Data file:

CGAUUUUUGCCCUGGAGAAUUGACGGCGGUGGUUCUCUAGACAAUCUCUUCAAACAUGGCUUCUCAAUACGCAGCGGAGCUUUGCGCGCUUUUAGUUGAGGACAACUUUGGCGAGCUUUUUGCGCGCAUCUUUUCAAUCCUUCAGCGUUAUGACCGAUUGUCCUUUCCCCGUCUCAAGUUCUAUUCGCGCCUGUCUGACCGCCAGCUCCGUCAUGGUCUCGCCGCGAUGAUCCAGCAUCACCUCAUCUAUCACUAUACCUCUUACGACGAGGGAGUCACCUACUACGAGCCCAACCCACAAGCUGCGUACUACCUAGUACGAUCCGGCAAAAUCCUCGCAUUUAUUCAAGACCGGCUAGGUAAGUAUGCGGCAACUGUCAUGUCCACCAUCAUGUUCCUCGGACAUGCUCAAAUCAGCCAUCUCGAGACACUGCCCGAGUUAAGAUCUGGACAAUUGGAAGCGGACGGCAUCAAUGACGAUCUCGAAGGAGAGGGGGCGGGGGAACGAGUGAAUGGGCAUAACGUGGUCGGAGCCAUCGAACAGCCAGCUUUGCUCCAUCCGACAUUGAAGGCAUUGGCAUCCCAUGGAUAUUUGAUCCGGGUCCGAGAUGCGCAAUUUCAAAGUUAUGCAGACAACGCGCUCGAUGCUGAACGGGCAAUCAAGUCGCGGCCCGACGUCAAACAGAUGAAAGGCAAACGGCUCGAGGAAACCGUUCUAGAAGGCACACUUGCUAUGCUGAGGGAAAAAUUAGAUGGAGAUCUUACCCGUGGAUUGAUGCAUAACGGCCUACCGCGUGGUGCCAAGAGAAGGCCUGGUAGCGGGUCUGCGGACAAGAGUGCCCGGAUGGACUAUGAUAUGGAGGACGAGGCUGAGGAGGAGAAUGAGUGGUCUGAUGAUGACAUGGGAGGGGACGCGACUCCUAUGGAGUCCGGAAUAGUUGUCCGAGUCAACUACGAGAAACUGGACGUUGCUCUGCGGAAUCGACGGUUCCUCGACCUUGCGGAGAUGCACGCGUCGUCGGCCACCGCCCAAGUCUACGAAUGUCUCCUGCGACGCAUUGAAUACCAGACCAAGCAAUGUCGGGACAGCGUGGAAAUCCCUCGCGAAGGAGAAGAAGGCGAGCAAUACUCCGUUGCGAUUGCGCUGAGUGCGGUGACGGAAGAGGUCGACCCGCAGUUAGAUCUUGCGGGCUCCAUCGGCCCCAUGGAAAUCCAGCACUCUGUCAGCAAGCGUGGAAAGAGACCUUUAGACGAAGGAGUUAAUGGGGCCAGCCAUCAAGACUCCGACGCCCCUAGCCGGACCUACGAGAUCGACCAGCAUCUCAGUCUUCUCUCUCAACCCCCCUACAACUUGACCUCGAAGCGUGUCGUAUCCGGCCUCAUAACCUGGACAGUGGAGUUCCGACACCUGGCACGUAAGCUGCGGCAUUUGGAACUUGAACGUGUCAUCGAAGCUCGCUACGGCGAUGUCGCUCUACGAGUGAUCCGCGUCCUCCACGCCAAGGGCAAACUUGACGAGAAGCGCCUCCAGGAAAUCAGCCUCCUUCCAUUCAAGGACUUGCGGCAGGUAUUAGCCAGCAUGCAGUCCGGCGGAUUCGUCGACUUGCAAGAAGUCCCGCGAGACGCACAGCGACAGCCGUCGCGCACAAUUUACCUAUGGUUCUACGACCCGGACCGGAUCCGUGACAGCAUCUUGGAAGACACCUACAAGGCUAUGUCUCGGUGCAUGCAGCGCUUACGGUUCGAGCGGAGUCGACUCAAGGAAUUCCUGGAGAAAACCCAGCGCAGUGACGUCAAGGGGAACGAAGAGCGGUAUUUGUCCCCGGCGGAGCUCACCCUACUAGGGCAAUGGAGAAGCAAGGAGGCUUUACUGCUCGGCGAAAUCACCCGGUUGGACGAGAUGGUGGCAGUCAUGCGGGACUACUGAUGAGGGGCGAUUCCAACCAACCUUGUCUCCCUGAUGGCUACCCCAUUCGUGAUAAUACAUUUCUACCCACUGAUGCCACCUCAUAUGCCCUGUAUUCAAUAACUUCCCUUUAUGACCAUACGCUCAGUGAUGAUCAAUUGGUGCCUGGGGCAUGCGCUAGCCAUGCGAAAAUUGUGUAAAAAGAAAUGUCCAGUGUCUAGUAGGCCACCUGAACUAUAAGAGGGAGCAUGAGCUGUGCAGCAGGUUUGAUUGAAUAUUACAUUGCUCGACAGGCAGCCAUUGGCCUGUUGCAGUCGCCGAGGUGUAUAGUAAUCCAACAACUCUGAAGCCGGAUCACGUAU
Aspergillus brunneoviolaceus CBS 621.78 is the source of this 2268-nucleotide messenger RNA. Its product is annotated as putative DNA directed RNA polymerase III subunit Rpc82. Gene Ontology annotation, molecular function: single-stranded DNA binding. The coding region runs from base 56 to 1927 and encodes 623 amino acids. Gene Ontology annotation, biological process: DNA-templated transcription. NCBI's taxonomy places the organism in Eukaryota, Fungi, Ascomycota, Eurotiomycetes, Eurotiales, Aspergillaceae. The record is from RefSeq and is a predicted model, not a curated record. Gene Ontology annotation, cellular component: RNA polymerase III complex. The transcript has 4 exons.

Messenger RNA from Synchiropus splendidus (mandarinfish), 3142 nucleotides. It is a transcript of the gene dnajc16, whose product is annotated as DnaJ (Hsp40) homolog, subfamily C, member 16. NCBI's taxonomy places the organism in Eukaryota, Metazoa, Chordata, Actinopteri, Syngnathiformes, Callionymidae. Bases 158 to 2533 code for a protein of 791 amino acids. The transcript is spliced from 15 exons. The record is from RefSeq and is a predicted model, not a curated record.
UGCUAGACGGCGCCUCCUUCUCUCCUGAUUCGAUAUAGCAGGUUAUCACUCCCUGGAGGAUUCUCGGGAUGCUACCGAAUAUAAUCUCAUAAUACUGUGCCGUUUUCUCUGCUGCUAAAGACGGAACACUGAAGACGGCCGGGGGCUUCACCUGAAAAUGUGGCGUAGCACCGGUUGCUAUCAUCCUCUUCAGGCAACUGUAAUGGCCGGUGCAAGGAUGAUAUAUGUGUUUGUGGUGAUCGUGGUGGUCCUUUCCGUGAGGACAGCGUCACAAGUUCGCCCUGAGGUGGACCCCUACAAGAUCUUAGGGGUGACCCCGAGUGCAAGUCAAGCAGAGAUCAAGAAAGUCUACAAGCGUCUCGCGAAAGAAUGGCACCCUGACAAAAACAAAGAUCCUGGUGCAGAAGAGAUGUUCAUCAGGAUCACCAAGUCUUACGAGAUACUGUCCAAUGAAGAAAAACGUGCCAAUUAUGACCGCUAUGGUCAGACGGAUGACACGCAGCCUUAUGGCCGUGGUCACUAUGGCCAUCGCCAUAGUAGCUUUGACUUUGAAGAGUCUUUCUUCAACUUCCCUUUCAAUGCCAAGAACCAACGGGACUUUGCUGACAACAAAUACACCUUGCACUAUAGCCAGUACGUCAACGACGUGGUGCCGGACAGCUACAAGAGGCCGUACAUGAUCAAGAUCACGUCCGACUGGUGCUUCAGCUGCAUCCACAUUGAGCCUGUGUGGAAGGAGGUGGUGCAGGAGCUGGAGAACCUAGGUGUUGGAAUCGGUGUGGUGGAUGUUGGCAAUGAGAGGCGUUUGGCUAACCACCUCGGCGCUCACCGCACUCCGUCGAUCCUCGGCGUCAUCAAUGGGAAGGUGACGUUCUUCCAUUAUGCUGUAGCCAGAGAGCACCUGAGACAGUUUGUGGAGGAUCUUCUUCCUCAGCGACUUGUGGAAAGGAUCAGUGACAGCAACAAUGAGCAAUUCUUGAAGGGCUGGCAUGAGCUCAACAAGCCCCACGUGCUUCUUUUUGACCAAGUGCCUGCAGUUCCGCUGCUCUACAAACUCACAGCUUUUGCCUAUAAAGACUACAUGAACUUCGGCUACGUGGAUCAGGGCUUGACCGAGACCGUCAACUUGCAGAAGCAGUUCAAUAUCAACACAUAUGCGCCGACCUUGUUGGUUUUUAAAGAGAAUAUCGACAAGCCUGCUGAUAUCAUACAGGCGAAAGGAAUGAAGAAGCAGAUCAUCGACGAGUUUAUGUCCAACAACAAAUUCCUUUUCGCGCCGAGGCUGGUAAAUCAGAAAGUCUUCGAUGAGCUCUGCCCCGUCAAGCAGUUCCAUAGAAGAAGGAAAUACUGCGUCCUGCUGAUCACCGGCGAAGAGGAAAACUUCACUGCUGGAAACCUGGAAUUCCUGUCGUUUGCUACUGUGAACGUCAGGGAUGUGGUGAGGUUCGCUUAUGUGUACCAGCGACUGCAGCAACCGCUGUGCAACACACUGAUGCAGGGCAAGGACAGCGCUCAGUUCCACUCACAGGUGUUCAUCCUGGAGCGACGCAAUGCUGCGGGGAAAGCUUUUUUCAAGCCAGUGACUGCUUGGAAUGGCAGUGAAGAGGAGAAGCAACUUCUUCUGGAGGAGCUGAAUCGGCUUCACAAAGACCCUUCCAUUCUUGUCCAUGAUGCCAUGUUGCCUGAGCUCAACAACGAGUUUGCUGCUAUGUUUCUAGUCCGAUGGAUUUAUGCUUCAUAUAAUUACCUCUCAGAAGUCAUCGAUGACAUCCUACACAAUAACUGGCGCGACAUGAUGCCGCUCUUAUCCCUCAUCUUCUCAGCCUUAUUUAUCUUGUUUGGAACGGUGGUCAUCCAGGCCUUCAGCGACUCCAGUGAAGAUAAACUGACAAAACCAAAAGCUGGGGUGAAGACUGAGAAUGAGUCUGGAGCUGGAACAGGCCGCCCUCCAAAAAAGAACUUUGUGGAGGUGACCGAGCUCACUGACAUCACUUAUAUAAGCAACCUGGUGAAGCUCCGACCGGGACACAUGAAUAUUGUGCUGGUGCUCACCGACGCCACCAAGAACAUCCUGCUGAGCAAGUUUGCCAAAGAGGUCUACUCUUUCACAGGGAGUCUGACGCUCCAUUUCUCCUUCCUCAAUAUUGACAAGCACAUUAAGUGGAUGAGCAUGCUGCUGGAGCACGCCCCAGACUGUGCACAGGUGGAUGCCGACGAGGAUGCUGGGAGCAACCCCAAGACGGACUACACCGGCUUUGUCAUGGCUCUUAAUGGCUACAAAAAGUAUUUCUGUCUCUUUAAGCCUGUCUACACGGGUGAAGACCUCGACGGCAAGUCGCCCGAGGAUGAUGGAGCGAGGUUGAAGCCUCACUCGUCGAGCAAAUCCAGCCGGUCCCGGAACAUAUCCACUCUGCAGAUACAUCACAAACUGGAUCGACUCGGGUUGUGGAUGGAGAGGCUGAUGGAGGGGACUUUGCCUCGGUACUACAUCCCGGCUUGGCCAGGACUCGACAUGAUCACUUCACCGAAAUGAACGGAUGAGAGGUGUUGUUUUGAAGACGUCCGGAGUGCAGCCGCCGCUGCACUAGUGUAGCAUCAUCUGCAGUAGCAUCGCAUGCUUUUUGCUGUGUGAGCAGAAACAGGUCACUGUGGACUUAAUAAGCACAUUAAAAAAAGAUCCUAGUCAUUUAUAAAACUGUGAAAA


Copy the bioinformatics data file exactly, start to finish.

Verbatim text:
CGAUUUUUGCCCUGGAGAAUUGACGGCGGUGGUUCUCUAGACAAUCUCUUCAAACAUGGCUUCUCAAUACGCAGCGGAGCUUUGCGCGCUUUUAGUUGAGGACAACUUUGGCGAGCUUUUUGCGCGCAUCUUUUCAAUCCUUCAGCGUUAUGACCGAUUGUCCUUUCCCCGUCUCAAGUUCUAUUCGCGCCUGUCUGACCGCCAGCUCCGUCAUGGUCUCGCCGCGAUGAUCCAGCAUCACCUCAUCUAUCACUAUACCUCUUACGACGAGGGAGUCACCUACUACGAGCCCAACCCACAAGCUGCGUACUACCUAGUACGAUCCGGCAAAAUCCUCGCAUUUAUUCAAGACCGGCUAGGUAAGUAUGCGGCAACUGUCAUGUCCACCAUCAUGUUCCUCGGACAUGCUCAAAUCAGCCAUCUCGAGACACUGCCCGAGUUAAGAUCUGGACAAUUGGAAGCGGACGGCAUCAAUGACGAUCUCGAAGGAGAGGGGGCGGGGGAACGAGUGAAUGGGCAUAACGUGGUCGGAGCCAUCGAACAGCCAGCUUUGCUCCAUCCGACAUUGAAGGCAUUGGCAUCCCAUGGAUAUUUGAUCCGGGUCCGAGAUGCGCAAUUUCAAAGUUAUGCAGACAACGCGCUCGAUGCUGAACGGGCAAUCAAGUCGCGGCCCGACGUCAAACAGAUGAAAGGCAAACGGCUCGAGGAAACCGUUCUAGAAGGCACACUUGCUAUGCUGAGGGAAAAAUUAGAUGGAGAUCUUACCCGUGGAUUGAUGCAUAACGGCCUACCGCGUGGUGCCAAGAGAAGGCCUGGUAGCGGGUCUGCGGACAAGAGUGCCCGGAUGGACUAUGAUAUGGAGGACGAGGCUGAGGAGGAGAAUGAGUGGUCUGAUGAUGACAUGGGAGGGGACGCGACUCCUAUGGAGUCCGGAAUAGUUGUCCGAGUCAACUACGAGAAACUGGACGUUGCUCUGCGGAAUCGACGGUUCCUCGACCUUGCGGAGAUGCACGCGUCGUCGGCCACCGCCCAAGUCUACGAAUGUCUCCUGCGACGCAUUGAAUACCAGACCAAGCAAUGUCGGGACAGCGUGGAAAUCCCUCGCGAAGGAGAAGAAGGCGAGCAAUACUCCGUUGCGAUUGCGCUGAGUGCGGUGACGGAAGAGGUCGACCCGCAGUUAGAUCUUGCGGGCUCCAUCGGCCCCAUGGAAAUCCAGCACUCUGUCAGCAAGCGUGGAAAGAGACCUUUAGACGAAGGAGUUAAUGGGGCCAGCCAUCAAGACUCCGACGCCCCUAGCCGGACCUACGAGAUCGACCAGCAUCUCAGUCUUCUCUCUCAACCCCCCUACAACUUGACCUCGAAGCGUGUCGUAUCCGGCCUCAUAACCUGGACAGUGGAGUUCCGACACCUGGCACGUAAGCUGCGGCAUUUGGAACUUGAACGUGUCAUCGAAGCUCGCUACGGCGAUGUCGCUCUACGAGUGAUCCGCGUCCUCCACGCCAAGGGCAAACUUGACGAGAAGCGCCUCCAGGAAAUCAGCCUCCUUCCAUUCAAGGACUUGCGGCAGGUAUUAGCCAGCAUGCAGUCCGGCGGAUUCGUCGACUUGCAAGAAGUCCCGCGAGACGCACAGCGACAGCCGUCGCGCACAAUUUACCUAUGGUUCUACGACCCGGACCGGAUCCGUGACAGCAUCUUGGAAGACACCUACAAGGCUAUGUCUCGGUGCAUGCAGCGCUUACGGUUCGAGCGGAGUCGACUCAAGGAAUUCCUGGAGAAAACCCAGCGCAGUGACGUCAAGGGGAACGAAGAGCGGUAUUUGUCCCCGGCGGAGCUCACCCUACUAGGGCAAUGGAGAAGCAAGGAGGCUUUACUGCUCGGCGAAAUCACCCGGUUGGACGAGAUGGUGGCAGUCAUGCGGGACUACUGAUGAGGGGCGAUUCCAACCAACCUUGUCUCCCUGAUGGCUACCCCAUUCGUGAUAAUACAUUUCUACCCACUGAUGCCACCUCAUAUGCCCUGUAUUCAAUAACUUCCCUUUAUGACCAUACGCUCAGUGAUGAUCAAUUGGUGCCUGGGGCAUGCGCUAGCCAUGCGAAAAUUGUGUAAAAAGAAAUGUCCAGUGUCUAGUAGGCCACCUGAACUAUAAGAGGGAGCAUGAGCUGUGCAGCAGGUUUGAUUGAAUAUUACAUUGCUCGACAGGCAGCCAUUGGCCUGUUGCAGUCGCCGAGGUGUAUAGUAAUCCAACAACUCUGAAGCCGGAUCACGUAU
Aspergillus brunneoviolaceus CBS 621.78 is the source of this 2268-nucleotide messenger RNA. Its product is annotated as putative DNA directed RNA polymerase III subunit Rpc82. Gene Ontology annotation, molecular function: single-stranded DNA binding. The coding region runs from base 56 to 1927 and encodes 623 amino acids. Gene Ontology annotation, biological process: DNA-templated transcription. NCBI's taxonomy places the organism in Eukaryota, Fungi, Ascomycota, Eurotiomycetes, Eurotiales, Aspergillaceae. The record is from RefSeq and is a predicted model, not a curated record. Gene Ontology annotation, cellular component: RNA polymerase III complex. The transcript has 4 exons.

Messenger RNA from Synchiropus splendidus (mandarinfish), 3142 nucleotides. It is a transcript of the gene dnajc16, whose product is annotated as DnaJ (Hsp40) homolog, subfamily C, member 16. NCBI's taxonomy places the organism in Eukaryota, Metazoa, Chordata, Actinopteri, Syngnathiformes, Callionymidae. Bases 158 to 2533 code for a protein of 791 amino acids. The transcript is spliced from 15 exons. The record is from RefSeq and is a predicted model, not a curated record.
UGCUAGACGGCGCCUCCUUCUCUCCUGAUUCGAUAUAGCAGGUUAUCACUCCCUGGAGGAUUCUCGGGAUGCUACCGAAUAUAAUCUCAUAAUACUGUGCCGUUUUCUCUGCUGCUAAAGACGGAACACUGAAGACGGCCGGGGGCUUCACCUGAAAAUGUGGCGUAGCACCGGUUGCUAUCAUCCUCUUCAGGCAACUGUAAUGGCCGGUGCAAGGAUGAUAUAUGUGUUUGUGGUGAUCGUGGUGGUCCUUUCCGUGAGGACAGCGUCACAAGUUCGCCCUGAGGUGGACCCCUACAAGAUCUUAGGGGUGACCCCGAGUGCAAGUCAAGCAGAGAUCAAGAAAGUCUACAAGCGUCUCGCGAAAGAAUGGCACCCUGACAAAAACAAAGAUCCUGGUGCAGAAGAGAUGUUCAUCAGGAUCACCAAGUCUUACGAGAUACUGUCCAAUGAAGAAAAACGUGCCAAUUAUGACCGCUAUGGUCAGACGGAUGACACGCAGCCUUAUGGCCGUGGUCACUAUGGCCAUCGCCAUAGUAGCUUUGACUUUGAAGAGUCUUUCUUCAACUUCCCUUUCAAUGCCAAGAACCAACGGGACUUUGCUGACAACAAAUACACCUUGCACUAUAGCCAGUACGUCAACGACGUGGUGCCGGACAGCUACAAGAGGCCGUACAUGAUCAAGAUCACGUCCGACUGGUGCUUCAGCUGCAUCCACAUUGAGCCUGUGUGGAAGGAGGUGGUGCAGGAGCUGGAGAACCUAGGUGUUGGAAUCGGUGUGGUGGAUGUUGGCAAUGAGAGGCGUUUGGCUAACCACCUCGGCGCUCACCGCACUCCGUCGAUCCUCGGCGUCAUCAAUGGGAAGGUGACGUUCUUCCAUUAUGCUGUAGCCAGAGAGCACCUGAGACAGUUUGUGGAGGAUCUUCUUCCUCAGCGACUUGUGGAAAGGAUCAGUGACAGCAACAAUGAGCAAUUCUUGAAGGGCUGGCAUGAGCUCAACAAGCCCCACGUGCUUCUUUUUGACCAAGUGCCUGCAGUUCCGCUGCUCUACAAACUCACAGCUUUUGCCUAUAAAGACUACAUGAACUUCGGCUACGUGGAUCAGGGCUUGACCGAGACCGUCAACUUGCAGAAGCAGUUCAAUAUCAACACAUAUGCGCCGACCUUGUUGGUUUUUAAAGAGAAUAUCGACAAGCCUGCUGAUAUCAUACAGGCGAAAGGAAUGAAGAAGCAGAUCAUCGACGAGUUUAUGUCCAACAACAAAUUCCUUUUCGCGCCGAGGCUGGUAAAUCAGAAAGUCUUCGAUGAGCUCUGCCCCGUCAAGCAGUUCCAUAGAAGAAGGAAAUACUGCGUCCUGCUGAUCACCGGCGAAGAGGAAAACUUCACUGCUGGAAACCUGGAAUUCCUGUCGUUUGCUACUGUGAACGUCAGGGAUGUGGUGAGGUUCGCUUAUGUGUACCAGCGACUGCAGCAACCGCUGUGCAACACACUGAUGCAGGGCAAGGACAGCGCUCAGUUCCACUCACAGGUGUUCAUCCUGGAGCGACGCAAUGCUGCGGGGAAAGCUUUUUUCAAGCCAGUGACUGCUUGGAAUGGCAGUGAAGAGGAGAAGCAACUUCUUCUGGAGGAGCUGAAUCGGCUUCACAAAGACCCUUCCAUUCUUGUCCAUGAUGCCAUGUUGCCUGAGCUCAACAACGAGUUUGCUGCUAUGUUUCUAGUCCGAUGGAUUUAUGCUUCAUAUAAUUACCUCUCAGAAGUCAUCGAUGACAUCCUACACAAUAACUGGCGCGACAUGAUGCCGCUCUUAUCCCUCAUCUUCUCAGCCUUAUUUAUCUUGUUUGGAACGGUGGUCAUCCAGGCCUUCAGCGACUCCAGUGAAGAUAAACUGACAAAACCAAAAGCUGGGGUGAAGACUGAGAAUGAGUCUGGAGCUGGAACAGGCCGCCCUCCAAAAAAGAACUUUGUGGAGGUGACCGAGCUCACUGACAUCACUUAUAUAAGCAACCUGGUGAAGCUCCGACCGGGACACAUGAAUAUUGUGCUGGUGCUCACCGACGCCACCAAGAACAUCCUGCUGAGCAAGUUUGCCAAAGAGGUCUACUCUUUCACAGGGAGUCUGACGCUCCAUUUCUCCUUCCUCAAUAUUGACAAGCACAUUAAGUGGAUGAGCAUGCUGCUGGAGCACGCCCCAGACUGUGCACAGGUGGAUGCCGACGAGGAUGCUGGGAGCAACCCCAAGACGGACUACACCGGCUUUGUCAUGGCUCUUAAUGGCUACAAAAAGUAUUUCUGUCUCUUUAAGCCUGUCUACACGGGUGAAGACCUCGACGGCAAGUCGCCCGAGGAUGAUGGAGCGAGGUUGAAGCCUCACUCGUCGAGCAAAUCCAGCCGGUCCCGGAACAUAUCCACUCUGCAGAUACAUCACAAACUGGAUCGACUCGGGUUGUGGAUGGAGAGGCUGAUGGAGGGGACUUUGCCUCGGUACUACAUCCCGGCUUGGCCAGGACUCGACAUGAUCACUUCACCGAAAUGAACGGAUGAGAGGUGUUGUUUUGAAGACGUCCGGAGUGCAGCCGCCGCUGCACUAGUGUAGCAUCAUCUGCAGUAGCAUCGCAUGCUUUUUGCUGUGUGAGCAGAAACAGGUCACUGUGGACUUAAUAAGCACAUUAAAAAAAGAUCCUAGUCAUUUAUAAAACUGUGAAAA